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Guest greenpine
For years I thought it would be cool to dress up as a Geisha for Halloween because kimonos are so beautiful and it'd suit me a lot better than a Xena the Warrior Princess costume. Now I think of' date=' it doesn't make a whole lot of sense though since I'm Chinese.

The problem comes up when I try to find ANY traditional Han costume for sale, not Cheongsam mind you. Personally, I don't think Cheongsam's are nearly as romantic as willowy Han dresses. Not to mention it's not representative of most Chinese's ethnic background being non-Manchu.

So I'm thinking about designing and making my own Han costume, probably in form of Da Xiu from the Song dynasty. See a picture at the bottom of this page [url']http://www.library.utoronto.ca/east/students03/tai_amy/song.htm[/url] My reasons are: 1, I can learn a lot more than I ever wanted about sewing and making clothes, 2, it'll bring Chinese culture pride.

I have no clue how far I can get with this ambitious undertaking though. My Mom doesn't even own any Cheongsam's. This summer I plan to travel to China so maybe I can find a film studio that sells costumes used in movies and TV shows.

Do you think it's a practical idea? Have you heard of anyone doing this before? 8)

sure you can, i made one after one failed and i am not a girl...it's not that hard really.

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Guest greenpine
Your impress of Tang is from media! See Japan and Korea Clothes --the leading style of Tang should be that?

please go and check the wall paintings in the tang tombs or dunhuang caves. but of course ppl wear differently during summer and winter.

in tang dynasty ppl do wear multiple layer of clithings --- made of silk, so thin and light that ur flesh can be seen even when wearing 8 or 10 layers. japanese just changed the material to thicker ones so it seems clumsy to us. in the famen temple site ppl discovered 700 layers of tang silk pile up to 28cm thick, so imagine their weaving skills.

you have only seen the court attire and the northern part of Tang, folk attire was still relatively intact especially for the southern part in 吳,越 region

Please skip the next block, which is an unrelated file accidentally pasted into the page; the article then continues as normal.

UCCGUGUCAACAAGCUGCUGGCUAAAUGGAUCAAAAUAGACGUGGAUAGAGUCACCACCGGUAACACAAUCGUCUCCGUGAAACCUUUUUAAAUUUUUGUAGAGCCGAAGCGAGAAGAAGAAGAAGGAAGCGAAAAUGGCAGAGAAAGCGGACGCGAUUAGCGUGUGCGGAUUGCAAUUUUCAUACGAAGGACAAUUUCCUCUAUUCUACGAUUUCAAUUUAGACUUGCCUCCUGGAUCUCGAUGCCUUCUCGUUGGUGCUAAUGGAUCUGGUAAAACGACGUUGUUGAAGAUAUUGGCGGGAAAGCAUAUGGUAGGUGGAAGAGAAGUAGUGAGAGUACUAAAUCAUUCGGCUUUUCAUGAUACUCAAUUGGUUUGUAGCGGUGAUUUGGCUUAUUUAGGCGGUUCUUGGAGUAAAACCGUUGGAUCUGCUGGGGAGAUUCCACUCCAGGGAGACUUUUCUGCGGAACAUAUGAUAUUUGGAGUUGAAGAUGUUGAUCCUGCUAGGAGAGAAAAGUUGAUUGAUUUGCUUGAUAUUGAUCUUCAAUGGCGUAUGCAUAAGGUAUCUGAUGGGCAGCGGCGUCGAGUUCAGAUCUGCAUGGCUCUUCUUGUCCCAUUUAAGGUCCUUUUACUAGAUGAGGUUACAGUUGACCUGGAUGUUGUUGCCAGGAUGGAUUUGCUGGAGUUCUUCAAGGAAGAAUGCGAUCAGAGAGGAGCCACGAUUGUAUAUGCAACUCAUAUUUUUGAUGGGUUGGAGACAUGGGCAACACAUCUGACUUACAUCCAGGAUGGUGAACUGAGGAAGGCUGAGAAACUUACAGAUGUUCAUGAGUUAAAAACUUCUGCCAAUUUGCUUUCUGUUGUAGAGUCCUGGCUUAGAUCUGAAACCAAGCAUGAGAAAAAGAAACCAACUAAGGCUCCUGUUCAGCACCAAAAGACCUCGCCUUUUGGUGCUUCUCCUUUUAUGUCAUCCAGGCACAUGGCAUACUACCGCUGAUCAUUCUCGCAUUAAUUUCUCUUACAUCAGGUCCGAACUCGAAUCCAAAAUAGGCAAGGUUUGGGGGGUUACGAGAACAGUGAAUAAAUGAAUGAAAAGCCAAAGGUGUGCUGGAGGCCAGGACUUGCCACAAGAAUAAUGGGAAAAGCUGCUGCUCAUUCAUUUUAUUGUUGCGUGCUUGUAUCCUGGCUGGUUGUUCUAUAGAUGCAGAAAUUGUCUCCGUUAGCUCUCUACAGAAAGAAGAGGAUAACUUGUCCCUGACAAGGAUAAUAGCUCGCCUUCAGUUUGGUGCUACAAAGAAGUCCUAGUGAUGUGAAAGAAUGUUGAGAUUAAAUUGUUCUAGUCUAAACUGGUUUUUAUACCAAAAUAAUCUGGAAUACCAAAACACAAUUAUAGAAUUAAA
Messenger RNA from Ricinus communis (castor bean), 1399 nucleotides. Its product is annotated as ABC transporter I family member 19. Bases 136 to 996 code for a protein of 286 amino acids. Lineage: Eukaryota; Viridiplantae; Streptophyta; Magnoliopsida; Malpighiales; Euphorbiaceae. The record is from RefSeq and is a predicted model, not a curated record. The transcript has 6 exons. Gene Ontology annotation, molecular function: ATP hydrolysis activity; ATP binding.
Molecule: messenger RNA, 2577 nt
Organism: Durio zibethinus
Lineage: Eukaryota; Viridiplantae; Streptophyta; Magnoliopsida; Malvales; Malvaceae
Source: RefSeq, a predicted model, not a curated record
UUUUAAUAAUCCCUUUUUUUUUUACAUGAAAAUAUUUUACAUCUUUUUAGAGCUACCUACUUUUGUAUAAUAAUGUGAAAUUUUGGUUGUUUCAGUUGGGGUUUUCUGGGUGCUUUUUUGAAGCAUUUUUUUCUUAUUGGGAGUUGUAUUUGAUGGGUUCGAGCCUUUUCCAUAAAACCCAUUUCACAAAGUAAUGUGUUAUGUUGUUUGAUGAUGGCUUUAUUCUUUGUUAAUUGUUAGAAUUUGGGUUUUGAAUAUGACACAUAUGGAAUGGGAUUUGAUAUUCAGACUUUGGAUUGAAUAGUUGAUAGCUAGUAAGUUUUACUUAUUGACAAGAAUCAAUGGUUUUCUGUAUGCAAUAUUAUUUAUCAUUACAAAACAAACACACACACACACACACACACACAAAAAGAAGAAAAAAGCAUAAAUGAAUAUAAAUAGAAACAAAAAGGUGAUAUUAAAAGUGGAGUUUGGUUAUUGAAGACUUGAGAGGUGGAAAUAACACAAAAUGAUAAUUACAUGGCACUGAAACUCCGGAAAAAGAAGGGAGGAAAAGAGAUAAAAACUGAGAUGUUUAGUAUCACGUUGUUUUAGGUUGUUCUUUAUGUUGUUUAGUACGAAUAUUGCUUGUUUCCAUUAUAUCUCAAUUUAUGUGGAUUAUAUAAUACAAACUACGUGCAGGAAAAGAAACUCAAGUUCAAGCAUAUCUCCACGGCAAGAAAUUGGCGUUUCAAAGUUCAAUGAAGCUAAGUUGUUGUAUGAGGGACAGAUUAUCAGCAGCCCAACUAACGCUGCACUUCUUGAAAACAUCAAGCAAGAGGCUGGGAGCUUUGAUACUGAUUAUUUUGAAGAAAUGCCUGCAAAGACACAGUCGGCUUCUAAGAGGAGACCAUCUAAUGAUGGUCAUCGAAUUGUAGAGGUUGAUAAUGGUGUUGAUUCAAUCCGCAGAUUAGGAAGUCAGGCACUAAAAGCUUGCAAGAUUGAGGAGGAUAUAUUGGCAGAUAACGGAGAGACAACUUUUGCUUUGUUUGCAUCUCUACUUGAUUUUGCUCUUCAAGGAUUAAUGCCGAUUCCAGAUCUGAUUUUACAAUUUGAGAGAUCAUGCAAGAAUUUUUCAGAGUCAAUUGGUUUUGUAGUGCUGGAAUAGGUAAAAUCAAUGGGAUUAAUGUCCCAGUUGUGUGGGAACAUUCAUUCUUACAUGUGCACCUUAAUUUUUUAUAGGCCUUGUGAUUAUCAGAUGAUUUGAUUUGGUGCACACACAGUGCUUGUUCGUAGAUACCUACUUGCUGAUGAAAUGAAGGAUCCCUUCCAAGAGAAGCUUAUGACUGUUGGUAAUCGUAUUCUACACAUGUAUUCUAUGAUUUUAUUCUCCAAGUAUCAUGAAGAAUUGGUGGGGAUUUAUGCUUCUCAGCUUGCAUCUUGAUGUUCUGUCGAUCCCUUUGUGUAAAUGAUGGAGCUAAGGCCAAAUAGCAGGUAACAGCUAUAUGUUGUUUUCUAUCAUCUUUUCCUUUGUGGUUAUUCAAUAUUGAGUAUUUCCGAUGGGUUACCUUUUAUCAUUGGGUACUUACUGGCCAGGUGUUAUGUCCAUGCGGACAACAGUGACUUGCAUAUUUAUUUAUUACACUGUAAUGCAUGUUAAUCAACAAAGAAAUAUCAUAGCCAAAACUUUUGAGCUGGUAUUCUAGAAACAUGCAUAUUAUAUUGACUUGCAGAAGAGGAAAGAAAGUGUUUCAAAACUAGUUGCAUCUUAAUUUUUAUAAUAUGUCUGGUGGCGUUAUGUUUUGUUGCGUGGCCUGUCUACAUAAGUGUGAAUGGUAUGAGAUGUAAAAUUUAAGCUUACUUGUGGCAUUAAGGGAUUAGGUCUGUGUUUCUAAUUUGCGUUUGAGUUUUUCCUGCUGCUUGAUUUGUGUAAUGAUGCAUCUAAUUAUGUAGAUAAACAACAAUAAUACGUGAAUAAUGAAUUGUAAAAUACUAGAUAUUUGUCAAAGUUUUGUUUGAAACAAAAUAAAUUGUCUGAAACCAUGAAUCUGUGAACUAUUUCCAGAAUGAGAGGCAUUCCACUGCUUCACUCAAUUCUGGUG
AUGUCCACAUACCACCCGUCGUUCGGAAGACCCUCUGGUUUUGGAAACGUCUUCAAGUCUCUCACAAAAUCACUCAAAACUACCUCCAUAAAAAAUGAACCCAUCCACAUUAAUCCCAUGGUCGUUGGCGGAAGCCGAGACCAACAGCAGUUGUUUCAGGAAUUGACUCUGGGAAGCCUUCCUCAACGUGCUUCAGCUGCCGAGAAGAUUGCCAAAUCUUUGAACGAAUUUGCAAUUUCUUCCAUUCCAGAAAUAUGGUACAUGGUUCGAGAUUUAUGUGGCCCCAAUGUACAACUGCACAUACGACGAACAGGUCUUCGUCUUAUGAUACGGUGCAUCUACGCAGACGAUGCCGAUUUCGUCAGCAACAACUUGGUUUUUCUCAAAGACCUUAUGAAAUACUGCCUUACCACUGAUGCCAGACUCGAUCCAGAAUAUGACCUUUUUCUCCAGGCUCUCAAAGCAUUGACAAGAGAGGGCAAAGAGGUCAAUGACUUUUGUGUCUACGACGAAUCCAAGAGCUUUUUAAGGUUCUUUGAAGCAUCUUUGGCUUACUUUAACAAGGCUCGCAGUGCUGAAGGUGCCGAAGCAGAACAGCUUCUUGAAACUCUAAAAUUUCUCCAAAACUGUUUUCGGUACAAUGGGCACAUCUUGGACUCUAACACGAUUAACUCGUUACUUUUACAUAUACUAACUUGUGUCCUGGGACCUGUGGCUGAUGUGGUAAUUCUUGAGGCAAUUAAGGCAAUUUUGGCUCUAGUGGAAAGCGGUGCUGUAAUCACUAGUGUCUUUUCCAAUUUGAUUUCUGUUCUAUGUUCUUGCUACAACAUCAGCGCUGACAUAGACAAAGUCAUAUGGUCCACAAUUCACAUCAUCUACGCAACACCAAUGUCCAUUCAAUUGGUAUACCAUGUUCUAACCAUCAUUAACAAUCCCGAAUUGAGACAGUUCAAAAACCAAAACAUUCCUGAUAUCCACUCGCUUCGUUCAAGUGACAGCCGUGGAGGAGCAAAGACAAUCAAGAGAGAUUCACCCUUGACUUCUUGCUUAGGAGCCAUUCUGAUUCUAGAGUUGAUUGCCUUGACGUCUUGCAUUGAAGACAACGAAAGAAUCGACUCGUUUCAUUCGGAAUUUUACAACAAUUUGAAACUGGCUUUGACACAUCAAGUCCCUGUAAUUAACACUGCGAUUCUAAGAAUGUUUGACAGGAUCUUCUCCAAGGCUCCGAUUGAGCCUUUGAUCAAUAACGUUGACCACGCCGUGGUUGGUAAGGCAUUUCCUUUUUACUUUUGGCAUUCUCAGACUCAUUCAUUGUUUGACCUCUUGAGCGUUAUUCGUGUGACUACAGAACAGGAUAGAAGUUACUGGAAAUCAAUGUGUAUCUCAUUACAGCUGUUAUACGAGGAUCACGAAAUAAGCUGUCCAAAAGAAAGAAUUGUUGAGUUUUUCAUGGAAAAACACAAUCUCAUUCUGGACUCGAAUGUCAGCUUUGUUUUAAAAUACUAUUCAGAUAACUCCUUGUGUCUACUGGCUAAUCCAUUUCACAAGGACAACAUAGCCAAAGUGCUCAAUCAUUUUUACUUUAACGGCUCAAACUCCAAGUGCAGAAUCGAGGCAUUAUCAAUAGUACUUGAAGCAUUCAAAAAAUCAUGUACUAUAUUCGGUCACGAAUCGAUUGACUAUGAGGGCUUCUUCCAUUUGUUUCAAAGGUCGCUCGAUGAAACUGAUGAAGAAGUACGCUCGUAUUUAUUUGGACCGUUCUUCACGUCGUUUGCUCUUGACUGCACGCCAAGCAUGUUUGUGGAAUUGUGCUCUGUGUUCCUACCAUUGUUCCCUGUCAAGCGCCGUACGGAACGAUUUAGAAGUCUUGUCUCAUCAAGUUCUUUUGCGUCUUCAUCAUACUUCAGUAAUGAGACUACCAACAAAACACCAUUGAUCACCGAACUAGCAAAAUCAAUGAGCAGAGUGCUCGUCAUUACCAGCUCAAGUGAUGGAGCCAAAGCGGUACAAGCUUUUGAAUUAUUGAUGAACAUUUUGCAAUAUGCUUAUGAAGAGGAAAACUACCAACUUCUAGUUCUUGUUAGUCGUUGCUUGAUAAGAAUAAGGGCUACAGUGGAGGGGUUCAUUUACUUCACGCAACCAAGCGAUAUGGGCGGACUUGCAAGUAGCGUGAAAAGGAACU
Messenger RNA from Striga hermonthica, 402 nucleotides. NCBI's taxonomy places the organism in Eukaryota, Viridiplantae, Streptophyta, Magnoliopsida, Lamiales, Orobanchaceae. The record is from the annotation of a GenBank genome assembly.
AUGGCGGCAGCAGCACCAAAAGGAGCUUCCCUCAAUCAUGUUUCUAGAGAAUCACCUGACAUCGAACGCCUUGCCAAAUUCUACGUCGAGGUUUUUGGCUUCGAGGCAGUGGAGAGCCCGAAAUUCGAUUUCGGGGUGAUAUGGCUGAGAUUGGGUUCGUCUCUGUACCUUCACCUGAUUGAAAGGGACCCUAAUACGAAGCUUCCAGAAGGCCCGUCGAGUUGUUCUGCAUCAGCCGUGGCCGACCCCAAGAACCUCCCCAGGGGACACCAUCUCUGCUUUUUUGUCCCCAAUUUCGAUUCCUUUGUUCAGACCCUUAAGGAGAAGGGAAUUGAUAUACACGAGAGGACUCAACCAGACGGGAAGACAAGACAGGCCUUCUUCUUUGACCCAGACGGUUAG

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Guest cctang

I like the idea of dressing up in traditional for Halloween! There's really no other practical circumstances (other than perhaps weddings and Chinese New Year?) that I could imagine walking around Californian streets dressed this way... but Halloween? Perfect opportunity.

There are plenty of resources out there for buying qipaos (by the way, for the ladies that are interested, I'm always told that your best bet is still to get a custom-tailored dress on the mainland itself; costs will run in the $100-300 USD range). But what about 中山装? Any ideas out there?

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Quest
I like the idea of dressing up in traditional for Halloween! There's really no other practical circumstances (other than perhaps weddings and Chinese New Year?) that I could imagine walking around Californian streets dressed this way... but Halloween? Perfect opportunity.

There are plenty of resources out there for buying qipaos (by the way' date=' for the ladies that are interested, I'm always told that your best bet is still to get a custom-tailored dress on the mainland itself; costs will run in the $100-300 USD range). But what about 中山装? Any ideas out there?[/quote']

Qipao can be found everywhere, it's Han clothings that are harder to find.

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holyman
you have only seen the court attire and the northern part of Tang, folk attire was still relatively intact especially for the southern part in 吳,越 region

the wall paintings did include commoners and court officials alike. but of course the dress code are different.

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Guest Lao Wei Jie

the current qipao is a modern design which can be traced back to the Kuomintang era and reflects little of our rich and diverse heritage.

I think Han Chinese should revive Han attire (汉 服) and continue wearing the authentic Manchu qipao. We should start wearing them on festive occasion. It is hard to revive back the old but we can start slowly.

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ufe3

As a long standing nationality , we Han people once had the pride of the most loose and elegant clothes... And the style of wide and long sleeves and crossing collarbands had influenced the most nearby countries till now... But why, the now so called "China dress" is so different from the Japanese and the Korean ?